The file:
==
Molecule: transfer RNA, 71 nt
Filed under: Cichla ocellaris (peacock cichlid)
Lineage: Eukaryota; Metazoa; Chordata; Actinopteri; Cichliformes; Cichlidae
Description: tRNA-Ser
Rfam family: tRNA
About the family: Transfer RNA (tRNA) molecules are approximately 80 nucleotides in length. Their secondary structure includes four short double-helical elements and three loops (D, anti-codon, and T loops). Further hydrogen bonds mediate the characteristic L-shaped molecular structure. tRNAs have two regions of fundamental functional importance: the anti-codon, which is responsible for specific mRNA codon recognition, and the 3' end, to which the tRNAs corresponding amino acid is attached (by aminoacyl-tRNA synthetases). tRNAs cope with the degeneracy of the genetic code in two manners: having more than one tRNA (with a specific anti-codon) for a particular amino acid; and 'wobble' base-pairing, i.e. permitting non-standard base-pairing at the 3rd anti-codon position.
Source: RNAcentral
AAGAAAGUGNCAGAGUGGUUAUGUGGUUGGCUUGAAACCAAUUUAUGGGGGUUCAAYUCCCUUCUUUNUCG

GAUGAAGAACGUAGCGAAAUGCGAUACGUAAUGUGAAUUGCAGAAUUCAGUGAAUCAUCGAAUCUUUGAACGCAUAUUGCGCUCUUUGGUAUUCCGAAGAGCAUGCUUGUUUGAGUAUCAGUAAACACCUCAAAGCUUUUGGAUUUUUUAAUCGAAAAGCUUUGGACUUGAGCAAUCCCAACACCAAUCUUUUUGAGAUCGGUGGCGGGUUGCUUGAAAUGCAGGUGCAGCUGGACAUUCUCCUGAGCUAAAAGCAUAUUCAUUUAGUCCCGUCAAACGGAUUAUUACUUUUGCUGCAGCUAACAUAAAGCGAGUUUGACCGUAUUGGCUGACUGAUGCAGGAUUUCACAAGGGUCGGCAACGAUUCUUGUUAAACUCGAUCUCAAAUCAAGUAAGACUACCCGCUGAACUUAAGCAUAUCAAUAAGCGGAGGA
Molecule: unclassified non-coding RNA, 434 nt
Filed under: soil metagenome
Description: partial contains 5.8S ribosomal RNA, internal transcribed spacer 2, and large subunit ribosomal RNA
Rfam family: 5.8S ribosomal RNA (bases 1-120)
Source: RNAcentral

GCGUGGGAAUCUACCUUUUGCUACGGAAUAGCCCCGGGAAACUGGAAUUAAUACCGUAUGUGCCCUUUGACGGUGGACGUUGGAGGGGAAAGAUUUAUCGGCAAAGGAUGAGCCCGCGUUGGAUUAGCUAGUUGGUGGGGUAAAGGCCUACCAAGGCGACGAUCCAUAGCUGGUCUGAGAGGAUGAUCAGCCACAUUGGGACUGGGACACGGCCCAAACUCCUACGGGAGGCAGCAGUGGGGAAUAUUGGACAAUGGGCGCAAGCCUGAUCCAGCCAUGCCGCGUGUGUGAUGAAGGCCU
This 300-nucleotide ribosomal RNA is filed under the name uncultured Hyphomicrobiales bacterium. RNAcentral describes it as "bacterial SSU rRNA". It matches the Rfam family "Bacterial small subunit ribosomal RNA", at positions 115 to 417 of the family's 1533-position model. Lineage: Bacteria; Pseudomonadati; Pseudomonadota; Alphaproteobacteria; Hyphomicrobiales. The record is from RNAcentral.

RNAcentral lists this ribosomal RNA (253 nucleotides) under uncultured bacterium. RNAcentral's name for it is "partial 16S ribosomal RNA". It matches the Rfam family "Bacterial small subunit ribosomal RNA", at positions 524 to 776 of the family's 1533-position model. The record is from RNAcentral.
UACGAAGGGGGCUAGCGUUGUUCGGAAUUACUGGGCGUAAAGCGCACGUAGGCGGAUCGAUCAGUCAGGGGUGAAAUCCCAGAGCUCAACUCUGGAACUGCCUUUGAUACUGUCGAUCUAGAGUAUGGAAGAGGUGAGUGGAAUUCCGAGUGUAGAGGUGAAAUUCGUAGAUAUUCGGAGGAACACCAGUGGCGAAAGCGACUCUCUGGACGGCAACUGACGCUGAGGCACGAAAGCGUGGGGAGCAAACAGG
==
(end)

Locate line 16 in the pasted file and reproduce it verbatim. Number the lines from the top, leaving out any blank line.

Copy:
This 300-nucleotide ribosomal RNA is filed under the name uncultured Hyphomicrobiales bacterium. RNAcentral describes it as "bacterial SSU rRNA". It matches the Rfam family "Bacterial small subunit ribosomal RNA", at positions 115 to 417 of the family's 1533-position model. Lineage: Bacteria; Pseudomonadati; Pseudomonadota; Alphaproteobacteria; Hyphomicrobiales. The record is from RNAcentral.